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Angular momentum problem

  1. Nov 10, 2014 #1
    1. The problem statement, all variables and given/known data
    At time t, particle with mass m has displacement ##\vec r (t)## relative to origin O. Write a formula for its angular momentum about O and discuss whether this depends on choice of origin.

    The second part is what I'm more unsure of.

    2. Relevant equations

    3. The attempt at a solution
    ##\vec l=\vec r\times\vec p## so at time t, ##\vec l=\vec r(t)\times m\vec v##

    For the second part, I wasn't sure what to do. I tried and got as far as this:
    ##\vec l_2=\vec r_2\times m\vec v_2##
    Then ##\vec l-\vec l_2=(\vec r\times m\vec v)-(\vec r_2\times m\vec v_2)##
    What now?
  2. jcsd
  3. Nov 10, 2014 #2


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    The point you're missing is that when you change the origin, the velocity doesn't change(of course if the translation is independent of time):
    \vec v '=\frac{d}{dt}\vec r'=\frac{d}{dt}(\vec r+\vec a)=\frac{d}{dt}\vec r=\vec v
  4. Nov 10, 2014 #3
    What happens if you try to describe the displacement of the particle r(t) from other point as a combination of motions (using the relative movement).

    Something like this:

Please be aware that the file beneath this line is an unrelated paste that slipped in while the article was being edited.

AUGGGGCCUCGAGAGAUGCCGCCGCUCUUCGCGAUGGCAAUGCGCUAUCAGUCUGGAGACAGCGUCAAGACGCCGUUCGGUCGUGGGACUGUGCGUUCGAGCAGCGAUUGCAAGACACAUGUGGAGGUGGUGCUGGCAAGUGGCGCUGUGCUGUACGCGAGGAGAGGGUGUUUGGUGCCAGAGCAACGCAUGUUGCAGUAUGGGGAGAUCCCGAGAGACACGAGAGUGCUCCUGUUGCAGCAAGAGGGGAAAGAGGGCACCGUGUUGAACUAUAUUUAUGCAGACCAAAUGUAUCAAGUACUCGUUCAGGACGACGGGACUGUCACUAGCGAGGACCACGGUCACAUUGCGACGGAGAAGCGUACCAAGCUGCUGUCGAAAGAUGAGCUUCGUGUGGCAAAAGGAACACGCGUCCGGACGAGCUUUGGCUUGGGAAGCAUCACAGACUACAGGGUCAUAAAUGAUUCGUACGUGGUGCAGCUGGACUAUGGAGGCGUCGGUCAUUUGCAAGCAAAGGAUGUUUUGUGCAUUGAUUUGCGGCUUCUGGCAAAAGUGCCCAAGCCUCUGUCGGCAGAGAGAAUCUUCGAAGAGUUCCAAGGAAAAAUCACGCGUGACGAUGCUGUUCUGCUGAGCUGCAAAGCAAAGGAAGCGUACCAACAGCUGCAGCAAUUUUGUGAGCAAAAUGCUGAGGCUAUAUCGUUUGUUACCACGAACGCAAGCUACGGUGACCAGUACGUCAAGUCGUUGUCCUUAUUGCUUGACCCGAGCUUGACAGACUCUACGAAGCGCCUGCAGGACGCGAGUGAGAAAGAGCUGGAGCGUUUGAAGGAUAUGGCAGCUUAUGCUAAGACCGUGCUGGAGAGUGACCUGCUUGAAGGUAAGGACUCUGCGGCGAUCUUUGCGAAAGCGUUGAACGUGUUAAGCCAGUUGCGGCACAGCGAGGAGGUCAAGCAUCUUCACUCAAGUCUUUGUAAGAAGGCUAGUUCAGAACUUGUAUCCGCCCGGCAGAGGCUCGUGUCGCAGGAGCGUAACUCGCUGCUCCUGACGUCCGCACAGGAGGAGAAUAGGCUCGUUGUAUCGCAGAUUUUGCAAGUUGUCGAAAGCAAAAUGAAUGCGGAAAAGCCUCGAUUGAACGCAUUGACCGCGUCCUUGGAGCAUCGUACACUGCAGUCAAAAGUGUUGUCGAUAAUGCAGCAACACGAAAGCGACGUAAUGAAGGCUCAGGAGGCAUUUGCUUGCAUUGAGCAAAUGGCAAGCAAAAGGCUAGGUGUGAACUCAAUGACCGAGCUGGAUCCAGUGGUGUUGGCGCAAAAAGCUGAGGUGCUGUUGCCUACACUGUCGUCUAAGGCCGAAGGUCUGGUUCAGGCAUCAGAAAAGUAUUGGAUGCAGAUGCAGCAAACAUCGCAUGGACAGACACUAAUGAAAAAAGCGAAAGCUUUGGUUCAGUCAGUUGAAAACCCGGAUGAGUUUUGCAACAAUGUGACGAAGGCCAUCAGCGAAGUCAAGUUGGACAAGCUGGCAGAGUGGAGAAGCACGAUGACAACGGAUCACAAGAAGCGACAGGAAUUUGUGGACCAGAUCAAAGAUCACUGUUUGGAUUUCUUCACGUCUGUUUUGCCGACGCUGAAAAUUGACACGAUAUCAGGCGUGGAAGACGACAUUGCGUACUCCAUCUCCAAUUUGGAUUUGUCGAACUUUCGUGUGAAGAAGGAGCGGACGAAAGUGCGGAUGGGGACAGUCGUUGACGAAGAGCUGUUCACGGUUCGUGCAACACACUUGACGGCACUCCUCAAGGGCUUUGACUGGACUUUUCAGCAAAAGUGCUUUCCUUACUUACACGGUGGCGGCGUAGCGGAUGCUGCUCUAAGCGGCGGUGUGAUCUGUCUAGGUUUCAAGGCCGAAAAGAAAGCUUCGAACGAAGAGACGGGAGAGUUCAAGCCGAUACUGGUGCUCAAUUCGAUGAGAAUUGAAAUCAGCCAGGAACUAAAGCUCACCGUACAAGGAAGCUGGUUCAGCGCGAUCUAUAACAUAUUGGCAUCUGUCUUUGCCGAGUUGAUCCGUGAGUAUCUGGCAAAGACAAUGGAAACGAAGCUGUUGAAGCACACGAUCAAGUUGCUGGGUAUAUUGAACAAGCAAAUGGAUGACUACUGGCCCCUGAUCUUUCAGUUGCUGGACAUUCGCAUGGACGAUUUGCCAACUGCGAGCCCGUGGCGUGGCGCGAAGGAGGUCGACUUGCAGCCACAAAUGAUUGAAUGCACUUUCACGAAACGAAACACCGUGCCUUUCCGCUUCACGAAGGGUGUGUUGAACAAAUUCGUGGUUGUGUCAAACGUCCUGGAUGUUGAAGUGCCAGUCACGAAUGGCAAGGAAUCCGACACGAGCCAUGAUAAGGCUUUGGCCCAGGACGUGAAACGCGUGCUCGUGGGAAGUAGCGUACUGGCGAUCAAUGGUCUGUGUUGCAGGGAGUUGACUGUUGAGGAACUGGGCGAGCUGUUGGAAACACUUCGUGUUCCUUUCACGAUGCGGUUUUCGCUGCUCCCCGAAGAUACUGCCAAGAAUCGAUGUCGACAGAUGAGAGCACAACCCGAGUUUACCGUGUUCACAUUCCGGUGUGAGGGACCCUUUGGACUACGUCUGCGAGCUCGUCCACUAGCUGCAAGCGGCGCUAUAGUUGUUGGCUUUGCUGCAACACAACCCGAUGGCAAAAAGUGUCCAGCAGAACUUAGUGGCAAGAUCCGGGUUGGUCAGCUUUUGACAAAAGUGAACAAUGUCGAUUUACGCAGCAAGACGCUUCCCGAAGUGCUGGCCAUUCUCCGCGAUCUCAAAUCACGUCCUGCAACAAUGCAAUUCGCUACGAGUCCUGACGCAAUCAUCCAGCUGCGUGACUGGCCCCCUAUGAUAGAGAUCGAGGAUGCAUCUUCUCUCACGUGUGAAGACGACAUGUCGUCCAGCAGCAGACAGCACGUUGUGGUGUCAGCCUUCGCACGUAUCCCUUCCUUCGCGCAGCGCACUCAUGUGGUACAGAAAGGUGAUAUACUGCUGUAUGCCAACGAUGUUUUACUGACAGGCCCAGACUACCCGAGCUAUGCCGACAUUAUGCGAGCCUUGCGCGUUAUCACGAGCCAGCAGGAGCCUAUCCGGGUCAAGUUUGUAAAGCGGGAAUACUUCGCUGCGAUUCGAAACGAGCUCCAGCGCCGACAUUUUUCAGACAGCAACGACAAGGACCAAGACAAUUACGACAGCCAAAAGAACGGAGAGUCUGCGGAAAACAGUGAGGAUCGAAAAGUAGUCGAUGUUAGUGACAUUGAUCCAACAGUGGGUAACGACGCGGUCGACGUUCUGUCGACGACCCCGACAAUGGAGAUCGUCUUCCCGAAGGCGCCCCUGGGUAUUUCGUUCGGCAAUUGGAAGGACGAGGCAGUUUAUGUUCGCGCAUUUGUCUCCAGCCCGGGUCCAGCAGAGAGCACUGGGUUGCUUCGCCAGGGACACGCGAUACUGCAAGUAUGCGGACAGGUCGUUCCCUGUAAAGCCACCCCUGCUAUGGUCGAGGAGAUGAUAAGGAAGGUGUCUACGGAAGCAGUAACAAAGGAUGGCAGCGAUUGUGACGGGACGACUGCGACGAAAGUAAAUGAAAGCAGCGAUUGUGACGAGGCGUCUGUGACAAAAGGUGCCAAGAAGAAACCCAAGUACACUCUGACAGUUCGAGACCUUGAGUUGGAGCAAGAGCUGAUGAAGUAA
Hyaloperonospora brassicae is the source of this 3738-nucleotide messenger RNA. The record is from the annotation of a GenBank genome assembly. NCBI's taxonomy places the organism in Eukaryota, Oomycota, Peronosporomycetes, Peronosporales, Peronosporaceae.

From origin (point O) you know the displacemente is r(t)
    From other origin (point A) you know the displacement is rA(t)
    Point A does not moves relative to Oringin O

    So r(t) can be described also as OA + rA(t)
    What does this say to you?
  5. Nov 10, 2014 #4


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    I don't understand what you're asking!
  6. Nov 10, 2014 #5
    Hm, well the magnitude doesn't change but wouldn't the direction with respect to the second origin be different? But, I gave it a shot (below).

    Okay, so let ##\vec r_2=\vec r+\vec a## and ##\vec v_2=\vec v## then ##\vec l_2=(\vec r+\vec a)\times m\vec v## and so ##\vec l_2-\vec l=(\vec r+\vec a)\times m\vec v- \vec r\times m\vec v=\vec a\times m\vec v## so depends on where the origin is with respect to the first origin?
  7. Nov 10, 2014 #6


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    No, both the direction and the magnitude of the velocity vector remain unchanged. My proof was vectorial!
    That's true but because in general, [itex] \vec v [/itex] changes from point to point in both direction and magnitude, you can say what happens so in general Angular momentum does change in a time independent translation of origin.
  8. Nov 10, 2014 #7
    Ok, thank you very much for the help!
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